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A Dad’s Parting Wisdom and Spiritual Fatherhood

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In his Apostolic Letter Patris Corde, Pope Francis describes St. Joseph as a beloved father; a tender and loving father; an obedient and accepting father; a working father who was creatively courageous; and, finally, as the “shadow of the Father,” reflecting the Eternal Fatherhood of God.

Priests are also called “Father.” Most of what I know about fatherhood, I learned from my own father. He spent long hours as a doctor at the hospital to put food on the table, and he spent his free time teaching us about the faith.

My father had a profound respect for human life and cherished us, and later, his grandchildren, always encouraging us to do our best. He also prayed, not only at home during our family Rosary, but also at the hospital for his patients. He taught me to desire to be a father, and as a priest, to exercise spiritual fatherhood.


Shortly before his death in July 2019, I had my last substantive conversation with my father. I asked him, “Is there anything else you’d like to teach your grandchildren?” His answer led me to reflect more deeply on the vocation of a priest as a spiritual father. He said, “Yes. First, tell my grandchildren to pray every day, but prayer alone is not enough. They need the fruits of the sacrifice of Calvary. Tell them to go to Mass.”

As spiritual fathers, priests are called to lead the Family of God in prayer. Like other fathers, priests do work on behalf of others in the liturgy. Priests offer the sacrifice of Calvary at each Mass; they feed God’s family with the Bread of Life.


“Second,” my dad said, “tell them to strive for greatness. God did not make them for mediocrity. They must strive for heaven, not purgatory. Greatness is measured in faithfulness to God.”

Pope Francis wants a synodal Church that walks together. The priest, as spiritual father, must lead the People of God on their pilgrimage to heaven. He cannot allow anyone of His children to lag too far behind or to settle for less.

As a spiritual father, the priest must offer encouragement to the flock to bring out the best in them. He animates their vocation, their gifts and talents. How many priests unfortunately go through the motions in the celebration of Mass, in their preaching, and in their study? Everything can become routine and functional, but true fathers, with love for their children, never allow this to happen. True love for the flock opens them to hope which lies in the potential of their children.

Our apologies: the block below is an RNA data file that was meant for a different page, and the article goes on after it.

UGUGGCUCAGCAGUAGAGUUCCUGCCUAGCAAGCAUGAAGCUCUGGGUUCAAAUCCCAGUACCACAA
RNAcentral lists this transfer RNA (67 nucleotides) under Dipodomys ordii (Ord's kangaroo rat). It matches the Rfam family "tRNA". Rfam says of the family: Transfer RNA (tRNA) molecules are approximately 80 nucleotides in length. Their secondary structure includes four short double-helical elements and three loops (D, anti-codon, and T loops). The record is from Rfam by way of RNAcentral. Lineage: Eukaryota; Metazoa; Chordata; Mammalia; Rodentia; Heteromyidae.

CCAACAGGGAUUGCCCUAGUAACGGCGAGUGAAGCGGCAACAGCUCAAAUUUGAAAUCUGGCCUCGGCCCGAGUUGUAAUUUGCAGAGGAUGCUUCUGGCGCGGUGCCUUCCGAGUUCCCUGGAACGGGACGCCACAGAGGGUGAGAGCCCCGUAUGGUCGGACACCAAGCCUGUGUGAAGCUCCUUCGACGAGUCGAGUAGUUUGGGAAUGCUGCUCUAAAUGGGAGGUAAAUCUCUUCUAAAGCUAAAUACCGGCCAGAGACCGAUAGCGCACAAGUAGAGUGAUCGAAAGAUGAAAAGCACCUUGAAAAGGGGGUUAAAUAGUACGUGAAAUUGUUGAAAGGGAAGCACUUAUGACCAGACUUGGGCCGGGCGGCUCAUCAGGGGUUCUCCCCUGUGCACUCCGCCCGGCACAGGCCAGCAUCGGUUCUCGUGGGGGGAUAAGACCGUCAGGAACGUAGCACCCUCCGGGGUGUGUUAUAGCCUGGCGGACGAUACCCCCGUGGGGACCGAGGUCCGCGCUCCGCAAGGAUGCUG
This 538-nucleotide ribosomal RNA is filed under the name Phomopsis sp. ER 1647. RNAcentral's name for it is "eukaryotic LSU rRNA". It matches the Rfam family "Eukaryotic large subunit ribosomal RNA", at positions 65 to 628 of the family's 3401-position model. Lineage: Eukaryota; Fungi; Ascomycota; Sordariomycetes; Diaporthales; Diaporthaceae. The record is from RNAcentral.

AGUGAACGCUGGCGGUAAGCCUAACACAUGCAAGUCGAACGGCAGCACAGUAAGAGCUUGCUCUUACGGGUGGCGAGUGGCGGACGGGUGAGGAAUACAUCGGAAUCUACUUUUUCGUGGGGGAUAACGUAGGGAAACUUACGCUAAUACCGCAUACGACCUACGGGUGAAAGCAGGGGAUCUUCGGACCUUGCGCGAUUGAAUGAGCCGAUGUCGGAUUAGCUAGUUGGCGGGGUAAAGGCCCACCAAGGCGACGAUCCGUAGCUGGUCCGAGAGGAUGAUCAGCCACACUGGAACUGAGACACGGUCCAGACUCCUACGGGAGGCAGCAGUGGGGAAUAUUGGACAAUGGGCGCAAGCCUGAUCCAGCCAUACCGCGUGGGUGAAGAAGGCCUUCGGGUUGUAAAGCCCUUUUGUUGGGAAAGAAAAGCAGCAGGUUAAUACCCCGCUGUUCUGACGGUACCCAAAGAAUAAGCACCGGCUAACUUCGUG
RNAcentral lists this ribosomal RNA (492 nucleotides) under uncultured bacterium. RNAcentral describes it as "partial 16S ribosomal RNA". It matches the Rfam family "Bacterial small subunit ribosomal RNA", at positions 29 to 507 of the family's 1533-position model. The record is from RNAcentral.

My father added, “Third, remind them to protect, defend, cherish and nurture human life.” This was not surprising to me as my father spent his life saving lives. He defended the unborn, the disabled and the elderly. He accompanied the sick back to health and comforted the dying and their families. To be a father, it is not enough to have children and generate life, one must nurture and educate that life. Certainly, Pope Francis calls the whole Church, but especially priests, to resist the throwaway culture which values people for what they do and have rather than for who they are. The priest accompanies God’s people.

Priests must lead the defense of life. It is not enough to baptize children; rather, the gift of faith must be nurtured through catechesis and formation and by offering support and encouragement to parents. As a spiritual father, the priest realizes that he is at the service of life.


Never short for words, my father continued, “Tell my grandchildren to be humble. There will always be someone faster, stronger, smarter or more handsome, but recall what St. Francis de Sales said, ‘Be who you are and be that well in honor of the Master Craftsman whose handiwork you are.’”

As spiritual father, configured to Christ, the priest must follow the example of Jesus who humbled Himself to become man, born in utter poverty in a stable; who associated Himself with the poor and lowly; who washed the feet of His disciples; and, who humbled Himself, becoming obedient unto death.


He concluded by saying, “Finally, tell them never to humiliate another person.” He recounted a story which he had never previously told me of how he was sent by his mother with special biscuits to a wealthy relative’s home on Christmas. Being poor, they did not have much to offer, but my grandmother wanted to give something. When my father knocked at the door, the woman took the biscuits and threw them on the floor for the dogs to eat. My father said, “She did that to humiliate us because we were poor. Never let my grandchildren humiliate another person.”

As spiritual fathers, priests are called to be like St. Barnabas, a “son of encouragement,” building people up, especially the poor. The priest must be equally accessible to the poor and rich alike. St. Luke’s Gospel demonstrates the preferential option Jesus had for the poor. The bottom line: Treat others with respect. Every father must acknowledge the dignity of his child.

I learned a lot about fatherhood from my own father. During this Year of St. Joseph, I am learning from St. Joseph about priesthood and fatherhood. The Holy Father writes: “In every exercise of our fatherhood, we should always keep in mind that it has nothing to do with possession, but is rather a sign pointing to a greater fatherhood. In a way, we are all like Joseph: a shadow of the heavenly Father, who ‘makes his sun rise on the evil and on the good, and sends rain on the just and the unjust’ (Mt 5:45). And a shadow that follows his Son.” (PC, 7)

I ask you to pray for your priests – that we may be holy like St. Joseph and reflect the tenderness of the one God and Father of us all.

This article appeared in the March 2021 edition of The Catholic Telegraph Magazine. For your complimentary subscription, click here.

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